Household effects of Mexico’s supermarket revolution

Surprisingly, despite the rapid globalisation of retail in the developing world and widespread policy interest, the existing literatures in trade and development have paid relatively little attention to this facet of international integration. In our recent research (Atkin, Faber, Gonzalez-Navarro, 2016) we bring together a rich collection of microdata to assess the consequences of retail FDI in the context of Mexico. The landscape of Mexican retail underwent a dramatic transformation over the last 20 years as foreign retailers came to dominate the domestic market. Over our study period from 2002 to 2014, the number of foreign supermarkets almost quadrupled from 365 to 1,335. Geographic coverage has expanded beyond major metropolitan areas and into second and third-tier cities. Rapid expansion provides an ideal empirical setting to study the impact of retail globalisation.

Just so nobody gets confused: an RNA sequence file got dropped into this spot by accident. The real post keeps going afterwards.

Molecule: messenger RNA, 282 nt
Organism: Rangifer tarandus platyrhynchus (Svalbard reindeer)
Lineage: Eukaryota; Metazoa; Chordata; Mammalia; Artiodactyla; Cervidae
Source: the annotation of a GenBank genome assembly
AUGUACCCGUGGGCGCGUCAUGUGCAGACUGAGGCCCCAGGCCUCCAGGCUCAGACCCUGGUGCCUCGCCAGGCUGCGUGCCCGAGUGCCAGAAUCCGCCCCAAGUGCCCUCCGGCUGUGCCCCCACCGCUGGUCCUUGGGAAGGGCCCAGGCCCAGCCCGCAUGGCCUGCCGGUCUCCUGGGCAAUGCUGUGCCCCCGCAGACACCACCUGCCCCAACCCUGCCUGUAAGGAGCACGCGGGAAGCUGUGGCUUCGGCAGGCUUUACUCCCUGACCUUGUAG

Supermarkets - Mexico - FDI

Image: Chedraoui Supermercado

The analysis explores three central questions:

1) What is the effect of retail FDI on average household welfare in the municipality of entry?

2) What are the channels underlying this effect? And

3) To what extent do the gains from retail FDI differ across the income distribution?

Our main finding is that foreign supermarket entry causes large and significant welfare gains for the average household equal to 6% of initial household income. This is a substantial effect, and our rich data allows us to decompose these gains into six distinct channels. Three are related to cost of living (household price indices) and three are related to nominal income effects.